COLORADO SPRINGS, Colo. (KRDO) -- The City of Colorado Springs officially has a new tool to regulate massage businesses by requiring them to have a license.
A new ordinance, passed by Colorado Springs City Council earlier this year, takes effect Thursday. The ordinance requires massage businesses to apply for an annual license that costs $110 or apply for an exemption.
“By September first of this year, it will be illegal to operate a massage business without a license,” Colorado Springs City Clerk Sarah Johnson told 13 Investigates back in June.
The Colorado Springs Metro Vice Commander Doug Trainer says if a massage business, that isn't exempted, doesn't possess a license, then officers could issue a summons, which could lead to a fine.
Back in June, CSPD said there were around 30 illegal massage businesses in Colorado Springs actively selling sex for money and trafficking women.
"Our human trafficking team spends a lot of time working those," Colorado Springs Metro Vice Unit Commander Doug Trainer told 13 Investigates. “The illicit spas themselves certainly are significant 'cause there are a lot of them and not enough detectives to focus in that realm.”
Former Metro Vice Unit Commander Scott Whittington told 13 Investigates it takes his team hundreds of hours to build a case against just one massage parlor.
Since 13 Investigates started its ongoing investigation into the world of illicit spas three years ago, pimps have been convicted and elected leaders have taken action.
The new ordinance outlaws sexual activities in the spas, advertisements for sex, and bars employees from living inside a business.
Businesses and the owners that apply for the city’s new massage license are subject to background checks. If a business is found to have a criminal history, for example, a prostitution conviction, their application would be denied by the city.
In June, the Colorado Springs City Clerk's Office sent out nearly 3,000 letters informing businesses offering massage services of the new law. However, the city clerk's office says there is a large portion of businesses that received a mailer that isn't eligible for the new massage business license.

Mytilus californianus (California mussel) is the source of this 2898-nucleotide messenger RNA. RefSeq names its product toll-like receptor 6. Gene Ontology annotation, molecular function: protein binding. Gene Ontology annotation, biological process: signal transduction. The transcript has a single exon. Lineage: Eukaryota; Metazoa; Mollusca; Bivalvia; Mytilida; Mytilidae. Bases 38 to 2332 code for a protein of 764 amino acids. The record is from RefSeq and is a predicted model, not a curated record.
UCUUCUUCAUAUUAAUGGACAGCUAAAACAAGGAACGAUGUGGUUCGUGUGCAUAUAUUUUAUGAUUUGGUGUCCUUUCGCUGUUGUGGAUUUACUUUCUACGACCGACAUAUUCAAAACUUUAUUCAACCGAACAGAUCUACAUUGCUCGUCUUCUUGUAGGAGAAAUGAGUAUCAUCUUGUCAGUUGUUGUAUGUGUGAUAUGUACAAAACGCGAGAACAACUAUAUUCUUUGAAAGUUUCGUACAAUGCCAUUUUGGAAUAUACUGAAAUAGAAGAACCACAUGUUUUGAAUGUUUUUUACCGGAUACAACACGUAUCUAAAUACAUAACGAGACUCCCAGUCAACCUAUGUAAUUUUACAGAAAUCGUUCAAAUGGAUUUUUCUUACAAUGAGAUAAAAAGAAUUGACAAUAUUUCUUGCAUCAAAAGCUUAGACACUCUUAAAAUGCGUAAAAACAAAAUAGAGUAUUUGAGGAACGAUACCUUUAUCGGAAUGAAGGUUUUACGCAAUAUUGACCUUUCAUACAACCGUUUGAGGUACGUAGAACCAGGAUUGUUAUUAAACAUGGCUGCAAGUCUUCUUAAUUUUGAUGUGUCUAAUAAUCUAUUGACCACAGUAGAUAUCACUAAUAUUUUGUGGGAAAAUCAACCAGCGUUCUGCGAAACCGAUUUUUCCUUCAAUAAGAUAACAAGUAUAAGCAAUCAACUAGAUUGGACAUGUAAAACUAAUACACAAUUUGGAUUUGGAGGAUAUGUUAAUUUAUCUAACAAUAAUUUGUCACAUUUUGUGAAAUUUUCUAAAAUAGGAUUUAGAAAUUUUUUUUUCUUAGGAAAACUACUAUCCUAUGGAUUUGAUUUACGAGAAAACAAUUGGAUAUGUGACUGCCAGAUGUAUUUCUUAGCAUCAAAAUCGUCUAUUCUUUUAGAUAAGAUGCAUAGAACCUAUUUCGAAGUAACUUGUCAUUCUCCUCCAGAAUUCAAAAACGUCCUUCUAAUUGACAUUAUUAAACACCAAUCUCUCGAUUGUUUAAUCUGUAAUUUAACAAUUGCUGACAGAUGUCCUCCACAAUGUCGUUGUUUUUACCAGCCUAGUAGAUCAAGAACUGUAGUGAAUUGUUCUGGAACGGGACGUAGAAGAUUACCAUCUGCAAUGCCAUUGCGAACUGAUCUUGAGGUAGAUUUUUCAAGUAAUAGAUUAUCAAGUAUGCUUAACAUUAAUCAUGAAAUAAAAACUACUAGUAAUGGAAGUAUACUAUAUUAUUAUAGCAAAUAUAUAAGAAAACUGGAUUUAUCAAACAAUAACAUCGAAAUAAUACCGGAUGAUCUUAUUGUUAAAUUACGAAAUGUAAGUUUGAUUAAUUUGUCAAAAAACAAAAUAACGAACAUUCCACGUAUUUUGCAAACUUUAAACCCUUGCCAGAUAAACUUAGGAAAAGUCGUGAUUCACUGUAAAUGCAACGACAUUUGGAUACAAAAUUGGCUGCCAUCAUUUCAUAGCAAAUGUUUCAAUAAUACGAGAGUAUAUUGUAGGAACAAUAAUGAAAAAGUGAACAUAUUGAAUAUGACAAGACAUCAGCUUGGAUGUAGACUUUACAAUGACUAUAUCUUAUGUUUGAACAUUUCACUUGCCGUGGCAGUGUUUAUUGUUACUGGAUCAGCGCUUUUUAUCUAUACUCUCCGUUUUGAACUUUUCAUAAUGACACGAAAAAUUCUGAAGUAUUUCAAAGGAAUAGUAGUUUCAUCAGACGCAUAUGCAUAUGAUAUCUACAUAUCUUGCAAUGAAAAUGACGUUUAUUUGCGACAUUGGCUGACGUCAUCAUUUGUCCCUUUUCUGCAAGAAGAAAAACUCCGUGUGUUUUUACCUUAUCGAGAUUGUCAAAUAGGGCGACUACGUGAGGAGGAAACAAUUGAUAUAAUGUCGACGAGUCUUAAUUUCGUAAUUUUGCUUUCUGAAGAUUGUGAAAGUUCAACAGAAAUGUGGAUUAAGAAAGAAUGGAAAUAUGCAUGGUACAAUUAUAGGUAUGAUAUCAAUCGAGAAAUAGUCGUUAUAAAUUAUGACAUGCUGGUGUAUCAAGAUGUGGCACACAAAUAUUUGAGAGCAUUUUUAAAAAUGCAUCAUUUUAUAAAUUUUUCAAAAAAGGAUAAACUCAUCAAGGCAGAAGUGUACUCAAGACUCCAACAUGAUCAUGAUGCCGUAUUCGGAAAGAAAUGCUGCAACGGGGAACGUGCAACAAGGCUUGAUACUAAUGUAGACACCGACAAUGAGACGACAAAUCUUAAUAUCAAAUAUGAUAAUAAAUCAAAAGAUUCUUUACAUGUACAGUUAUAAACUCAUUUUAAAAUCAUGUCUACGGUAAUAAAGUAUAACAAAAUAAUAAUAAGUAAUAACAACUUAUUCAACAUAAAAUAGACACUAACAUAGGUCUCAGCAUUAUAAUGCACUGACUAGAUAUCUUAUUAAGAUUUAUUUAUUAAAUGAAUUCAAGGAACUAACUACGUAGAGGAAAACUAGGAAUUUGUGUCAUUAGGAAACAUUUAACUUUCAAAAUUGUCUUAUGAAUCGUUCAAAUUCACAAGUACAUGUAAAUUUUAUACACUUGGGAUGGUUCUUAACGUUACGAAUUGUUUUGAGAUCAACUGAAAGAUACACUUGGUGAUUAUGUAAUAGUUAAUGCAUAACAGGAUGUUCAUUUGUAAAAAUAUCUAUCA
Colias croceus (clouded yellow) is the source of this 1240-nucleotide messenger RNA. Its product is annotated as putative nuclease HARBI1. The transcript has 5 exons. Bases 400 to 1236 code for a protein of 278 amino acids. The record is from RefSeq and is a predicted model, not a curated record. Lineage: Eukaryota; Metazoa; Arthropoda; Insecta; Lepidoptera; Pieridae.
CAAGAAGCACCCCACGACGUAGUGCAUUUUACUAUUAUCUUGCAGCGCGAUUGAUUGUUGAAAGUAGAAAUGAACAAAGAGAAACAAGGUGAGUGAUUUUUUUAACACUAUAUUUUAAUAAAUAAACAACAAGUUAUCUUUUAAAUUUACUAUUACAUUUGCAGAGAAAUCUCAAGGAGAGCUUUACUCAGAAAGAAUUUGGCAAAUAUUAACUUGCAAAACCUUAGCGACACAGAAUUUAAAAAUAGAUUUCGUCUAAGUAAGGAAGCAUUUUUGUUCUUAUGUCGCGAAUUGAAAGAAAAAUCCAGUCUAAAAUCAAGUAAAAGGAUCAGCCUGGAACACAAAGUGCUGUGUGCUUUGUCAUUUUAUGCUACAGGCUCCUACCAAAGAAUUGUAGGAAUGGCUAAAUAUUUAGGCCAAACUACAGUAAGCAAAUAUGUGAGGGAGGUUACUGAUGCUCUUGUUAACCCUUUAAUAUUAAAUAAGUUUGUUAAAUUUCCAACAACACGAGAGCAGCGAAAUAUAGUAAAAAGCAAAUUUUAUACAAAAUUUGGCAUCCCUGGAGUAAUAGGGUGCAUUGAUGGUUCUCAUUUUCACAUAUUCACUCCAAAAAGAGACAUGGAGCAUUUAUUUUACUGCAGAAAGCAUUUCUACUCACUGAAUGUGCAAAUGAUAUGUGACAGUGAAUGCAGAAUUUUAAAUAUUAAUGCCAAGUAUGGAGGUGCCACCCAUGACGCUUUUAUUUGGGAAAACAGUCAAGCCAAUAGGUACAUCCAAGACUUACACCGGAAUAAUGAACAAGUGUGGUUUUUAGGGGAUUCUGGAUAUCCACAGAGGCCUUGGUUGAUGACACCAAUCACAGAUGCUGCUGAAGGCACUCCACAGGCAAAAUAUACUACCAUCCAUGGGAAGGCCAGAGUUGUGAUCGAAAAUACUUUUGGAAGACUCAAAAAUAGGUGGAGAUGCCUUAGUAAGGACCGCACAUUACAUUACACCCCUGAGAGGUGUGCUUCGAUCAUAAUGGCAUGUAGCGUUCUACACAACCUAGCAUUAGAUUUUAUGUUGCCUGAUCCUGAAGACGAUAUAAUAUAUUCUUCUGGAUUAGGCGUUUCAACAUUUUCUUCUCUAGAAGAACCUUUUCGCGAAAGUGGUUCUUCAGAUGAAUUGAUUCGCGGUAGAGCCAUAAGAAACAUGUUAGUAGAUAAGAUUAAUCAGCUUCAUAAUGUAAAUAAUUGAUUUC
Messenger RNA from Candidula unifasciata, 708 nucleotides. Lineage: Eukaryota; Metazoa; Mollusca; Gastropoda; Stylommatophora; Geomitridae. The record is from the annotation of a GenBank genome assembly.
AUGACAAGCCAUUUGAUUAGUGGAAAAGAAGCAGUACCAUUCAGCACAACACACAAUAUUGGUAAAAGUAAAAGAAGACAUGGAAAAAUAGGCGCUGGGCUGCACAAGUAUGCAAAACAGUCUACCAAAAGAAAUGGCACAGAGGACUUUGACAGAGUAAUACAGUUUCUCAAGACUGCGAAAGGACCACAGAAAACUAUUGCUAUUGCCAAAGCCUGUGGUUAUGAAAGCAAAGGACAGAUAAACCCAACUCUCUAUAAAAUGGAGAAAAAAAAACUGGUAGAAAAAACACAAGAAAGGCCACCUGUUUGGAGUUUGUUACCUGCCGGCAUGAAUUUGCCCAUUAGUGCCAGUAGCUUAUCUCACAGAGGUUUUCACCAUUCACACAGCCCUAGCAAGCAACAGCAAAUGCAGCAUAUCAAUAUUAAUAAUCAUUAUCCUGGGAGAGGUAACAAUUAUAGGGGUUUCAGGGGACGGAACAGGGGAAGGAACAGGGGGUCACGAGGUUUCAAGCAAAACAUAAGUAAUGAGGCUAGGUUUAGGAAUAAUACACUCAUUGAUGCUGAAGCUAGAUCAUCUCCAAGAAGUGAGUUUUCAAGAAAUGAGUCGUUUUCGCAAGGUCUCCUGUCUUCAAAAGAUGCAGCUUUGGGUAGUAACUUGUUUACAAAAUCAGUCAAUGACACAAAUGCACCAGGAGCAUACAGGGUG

According to the Colorado Springs Permits Licenses and Records search database, 42 massage businesses in Colorado Springs have either been approved for a massage business license or a self-employed exemption.
The ordinance does not apply to the following businesses involved in massage services:
- Public and private schools
- Government entities
- Training rooms of recognized professional or amateur sports organizations
- Health care professionals licensed or registered with any state to provide massage services to the public
- Beauty salons
- A spa or resort operated on the premises of a hotel with at least 100 rooms for overnight guests
Should a business refuse to comply with a summons or pay a citation, the City of Colorado Springs says the business could be issued a new criminal citation each subsequent day from the city.
The city could also look to pursue other actions, like a public nuisance citation, or other civil actions.
13 Investigates asked Colorado Springs Police about the fate of businesses that don't apply and how they are working to enforce this new law.
In an email CSPD said the following
“This legislative tool will be available for detectives to use when appropriate but it is not the solution to a complex problem I would check with the city to determine what they did to notify the businesses about the license change and if they are not in compliance … we hope there will be voluntary compliance by the massage businesses. We will work with the City towards gaining compliance by all businesses through various means including conversations with businesses ensuring they understand their obligations.”Colorado Springs Police Department
Colorado Springs Police are responsible for issuing citations to the businesses that are out of compliance with this ordinance. It's unclear if any citations were issued on Thursday.
Colorado Spring City Councilman Dave Donnelson, the elected official responsible for spearheading the massage business license ordinance, says he hoped the police would begin writing citation to massage businesses without a license immediately.
“This isn’t what I expected and I honestly don’t think this is what the folks in the room when we wrote this ordinance expected on September 1," Donnelson said. “My expectation is we are going to use this ordinance to shut down illicit massage parlors, it was written to do that. Will we solve all of human trafficking? Will this solve all issues in El Paso County? No. We didn’t intend for this ordinance to do that. What we intended for this ordinance to do is take away those businesses where the human trafficking is occurring.”
Back in June, Colorado Springs Vice Unit's Commander Doug Trainer spoke with 13 Investigates about how the ordinance will be implemented in its first days.
"I don't think we have quite the capacity to say that on Sep. 2 we are going to go and address of the 30 different spas," Trainer said. "But it certainly is one of those tools we are going to use and prioritize."
Donnelson says he understands the staffing issues within CSPD, however, the councilman says he will begin pushing to move this process along to rid Colorado Springs of illicit spas as soon as possible.
"I don’t think there is anything that Councilman Donnelson stated that is any different than what we stated," Colorado Springs Police said in response to Donnelson's comments. "The new ordinance is a tool to be used to address businesses that may be used for human trafficking. CSPD will work with the COS as necessary to address that issue."